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Alltel: From TV Pitchman to MySpace Buddy

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CHICAGO One year ago, as Alltel was winding down a campaign using celebrity impersonators to skewer its larger telecom competition, the company's agency, Campbell-Ewald, created a MySpace page for Alltel spokescharacter Chad, a handsome 28-year-old blond guy. The intention was to counter the TV campaign's mock trial, which was told from the point of view of the competition.

But a funny thing happened when Chad hit cyberspace: He became popular, registering more than 3,500 friends on his MySpace page as of last week. "We noticed that people were following along with the story," said Iain Lanivich, digital creative director at the Interpublic Group-owned agency. "After we set up the MySpace page for Chad, people were finding it organically with every TV spot we came up with."

As the shop set about developing the second phase of the campaign, which depicted a bumbling crew of fictional salespeople from Alltel's competitors trying to subvert Chad's (and Alltel's) messages and product, they also wanted to devise a way to capitalize on Chad's newfound Internet popularity. Thus was born the ManCave, an Internet site positioned as the place where Chad's nemeses devise their schemes.

"We wanted to make sure our story had evolved to make sure our marketing took advantage of social networking," said Wanda Young, director of interactive marketing for the Little Rock, Ark.-based wireless company.

The Web site, which can be accessed through Alltel's home page as well as www.officialmancave.com, is an extensive rendering of a basement (belonging to one of the competitor's parents). Intended to be more than a one-note site, the ManCave has three rooms—a "Man Lounge," a kitchen and a "ManBrary"—with more than 50 clickable hot spots that lead to videos of the competitors devising schemes or a game that uses a photo of Chad as a dartboard. The site also includes a game in which cards collected from Dungeon Masters Eternal Quest, a fictional version of Dungeons & Dragons, can unlock additional videos, promotional codes and other offers.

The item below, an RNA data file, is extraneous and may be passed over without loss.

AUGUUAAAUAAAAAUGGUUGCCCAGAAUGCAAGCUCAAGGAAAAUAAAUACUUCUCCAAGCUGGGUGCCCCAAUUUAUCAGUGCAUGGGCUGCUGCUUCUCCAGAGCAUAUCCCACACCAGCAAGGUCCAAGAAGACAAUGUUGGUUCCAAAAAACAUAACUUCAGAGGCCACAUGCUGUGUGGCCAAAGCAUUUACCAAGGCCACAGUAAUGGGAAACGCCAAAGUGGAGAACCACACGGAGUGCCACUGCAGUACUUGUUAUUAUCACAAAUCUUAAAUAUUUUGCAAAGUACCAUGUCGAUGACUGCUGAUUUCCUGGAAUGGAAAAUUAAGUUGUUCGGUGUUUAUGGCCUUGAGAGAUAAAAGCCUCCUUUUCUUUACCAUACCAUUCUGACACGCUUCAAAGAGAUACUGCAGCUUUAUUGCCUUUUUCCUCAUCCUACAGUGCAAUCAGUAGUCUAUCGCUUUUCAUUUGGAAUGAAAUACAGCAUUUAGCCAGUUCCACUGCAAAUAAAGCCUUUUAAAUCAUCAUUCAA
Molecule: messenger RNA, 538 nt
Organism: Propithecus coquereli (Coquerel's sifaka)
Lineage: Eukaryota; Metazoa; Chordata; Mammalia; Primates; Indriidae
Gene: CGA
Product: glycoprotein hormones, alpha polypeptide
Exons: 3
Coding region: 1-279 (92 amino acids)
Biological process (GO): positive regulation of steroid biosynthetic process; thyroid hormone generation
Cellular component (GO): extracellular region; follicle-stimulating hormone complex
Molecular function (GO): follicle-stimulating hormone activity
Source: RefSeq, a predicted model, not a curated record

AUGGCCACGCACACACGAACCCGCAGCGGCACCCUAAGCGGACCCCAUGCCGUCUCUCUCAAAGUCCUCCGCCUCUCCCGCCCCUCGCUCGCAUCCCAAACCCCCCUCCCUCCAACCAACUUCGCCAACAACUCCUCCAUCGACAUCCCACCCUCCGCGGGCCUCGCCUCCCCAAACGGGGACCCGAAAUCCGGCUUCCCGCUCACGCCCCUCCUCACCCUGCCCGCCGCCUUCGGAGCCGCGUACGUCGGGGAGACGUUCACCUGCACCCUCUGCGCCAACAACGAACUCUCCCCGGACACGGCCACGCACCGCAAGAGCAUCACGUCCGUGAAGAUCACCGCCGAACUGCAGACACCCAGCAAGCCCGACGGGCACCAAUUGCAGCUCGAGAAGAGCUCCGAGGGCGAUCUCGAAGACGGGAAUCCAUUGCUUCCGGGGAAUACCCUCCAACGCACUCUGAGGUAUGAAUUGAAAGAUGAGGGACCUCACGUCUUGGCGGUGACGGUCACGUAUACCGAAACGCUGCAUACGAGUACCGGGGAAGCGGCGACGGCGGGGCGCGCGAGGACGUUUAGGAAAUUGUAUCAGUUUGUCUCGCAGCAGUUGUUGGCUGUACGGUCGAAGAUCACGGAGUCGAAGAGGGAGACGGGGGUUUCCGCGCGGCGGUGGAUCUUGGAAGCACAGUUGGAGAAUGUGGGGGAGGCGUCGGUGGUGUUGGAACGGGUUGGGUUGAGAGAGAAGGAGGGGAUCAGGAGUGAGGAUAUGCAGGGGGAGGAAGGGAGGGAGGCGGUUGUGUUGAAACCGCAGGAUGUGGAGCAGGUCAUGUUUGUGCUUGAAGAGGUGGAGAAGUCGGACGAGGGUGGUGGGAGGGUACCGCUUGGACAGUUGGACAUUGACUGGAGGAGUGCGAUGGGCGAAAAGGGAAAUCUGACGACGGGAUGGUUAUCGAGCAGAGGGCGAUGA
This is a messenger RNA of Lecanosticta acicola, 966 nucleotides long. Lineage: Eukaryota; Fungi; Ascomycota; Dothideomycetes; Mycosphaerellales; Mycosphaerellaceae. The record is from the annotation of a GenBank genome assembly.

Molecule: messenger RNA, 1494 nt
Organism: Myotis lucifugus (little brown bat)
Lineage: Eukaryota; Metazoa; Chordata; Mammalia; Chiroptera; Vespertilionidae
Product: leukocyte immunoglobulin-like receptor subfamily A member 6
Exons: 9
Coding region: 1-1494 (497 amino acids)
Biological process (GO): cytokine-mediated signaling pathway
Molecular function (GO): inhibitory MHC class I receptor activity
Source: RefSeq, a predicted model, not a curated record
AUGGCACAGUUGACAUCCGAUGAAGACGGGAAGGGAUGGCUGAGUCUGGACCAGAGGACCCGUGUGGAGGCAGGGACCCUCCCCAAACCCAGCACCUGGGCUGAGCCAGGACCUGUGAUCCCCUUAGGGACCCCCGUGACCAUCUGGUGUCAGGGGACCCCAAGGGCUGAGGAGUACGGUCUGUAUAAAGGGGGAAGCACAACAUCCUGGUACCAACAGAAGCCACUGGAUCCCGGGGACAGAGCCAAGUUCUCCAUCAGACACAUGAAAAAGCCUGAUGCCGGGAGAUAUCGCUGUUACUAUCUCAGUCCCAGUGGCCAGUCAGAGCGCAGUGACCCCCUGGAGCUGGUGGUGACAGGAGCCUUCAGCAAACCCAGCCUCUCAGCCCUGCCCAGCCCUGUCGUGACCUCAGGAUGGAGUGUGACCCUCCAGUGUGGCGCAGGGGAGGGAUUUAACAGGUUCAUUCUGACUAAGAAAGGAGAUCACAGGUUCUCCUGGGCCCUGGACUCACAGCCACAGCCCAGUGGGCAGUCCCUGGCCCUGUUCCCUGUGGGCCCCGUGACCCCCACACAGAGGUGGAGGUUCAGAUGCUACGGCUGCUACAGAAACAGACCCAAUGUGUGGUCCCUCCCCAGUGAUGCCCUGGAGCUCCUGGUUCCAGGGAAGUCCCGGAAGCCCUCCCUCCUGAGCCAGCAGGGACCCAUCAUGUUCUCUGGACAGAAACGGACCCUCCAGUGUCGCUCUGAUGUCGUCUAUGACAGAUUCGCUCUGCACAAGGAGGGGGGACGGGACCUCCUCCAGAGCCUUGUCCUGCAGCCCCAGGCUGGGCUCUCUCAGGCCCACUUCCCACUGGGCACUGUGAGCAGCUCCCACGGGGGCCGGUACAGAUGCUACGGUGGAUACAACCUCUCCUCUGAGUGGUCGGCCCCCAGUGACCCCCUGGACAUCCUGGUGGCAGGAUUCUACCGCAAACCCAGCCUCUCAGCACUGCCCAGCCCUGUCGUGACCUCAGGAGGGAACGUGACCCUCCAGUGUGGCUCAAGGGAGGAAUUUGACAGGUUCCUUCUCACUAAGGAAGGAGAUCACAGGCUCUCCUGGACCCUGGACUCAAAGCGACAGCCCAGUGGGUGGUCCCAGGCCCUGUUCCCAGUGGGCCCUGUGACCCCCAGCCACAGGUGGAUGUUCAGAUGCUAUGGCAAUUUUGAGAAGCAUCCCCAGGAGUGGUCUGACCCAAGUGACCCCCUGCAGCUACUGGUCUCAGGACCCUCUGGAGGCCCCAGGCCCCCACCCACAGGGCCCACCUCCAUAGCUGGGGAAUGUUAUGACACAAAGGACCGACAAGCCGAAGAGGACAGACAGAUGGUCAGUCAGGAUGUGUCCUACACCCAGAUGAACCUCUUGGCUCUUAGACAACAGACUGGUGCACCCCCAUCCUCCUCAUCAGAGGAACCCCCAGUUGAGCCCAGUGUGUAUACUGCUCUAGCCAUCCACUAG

"If you're going to launch something like this, it better be better than the last thing," Lanivich said. "We pushed Flash technology as far as we could. We really wanted to give people a reason to come back."

Although Young wouldn't provide official figures for hits on the site since it launched in mid-August, she said the average length of time a user spends on the site is "well over six minutes," and far exceeds the time users spend on other Alltel sites.

And it's been achieved with only minimal promotion. The agency re-edited some of its traditional television spots to include an unauthorized interruption from denizens of the ManCave. The agency also posted an item on Chad's MySpace blog about the site, and sent out an e-mail blast to users who had posted comments on Chad's site. Later this month, the company will promote the site through a music promotion via the nemeses' rap group, Wireless Thugz, which also has a MySpace and ManCave presence.

In a category that's heavily skewed toward hard-sell promotional efforts, the ManCave is decidedly softer. Young admitted that's by design, but noted there are areas that make a more obvious Alltel sales pitch, such as a Spywall of the provider's promotional offers and a Phone Lab where the nerds dissect its new phone offerings.

"We're constantly replacing offers and promotions on the Spywall and in magazines [on the site]," Lanivich said. "All the latest phones are on the shelves."

Still, Lanivich considers the ManCave to be more of a "branding exercise," the results of which may not be seen for quite a while, especially given the standard two-year contract terms of most cell phone companies. "You're either looking for a new phone right now, or you're not looking for one for another two years," he said. "It's really almost a test. So far, everyone's been really pleased with what's going on."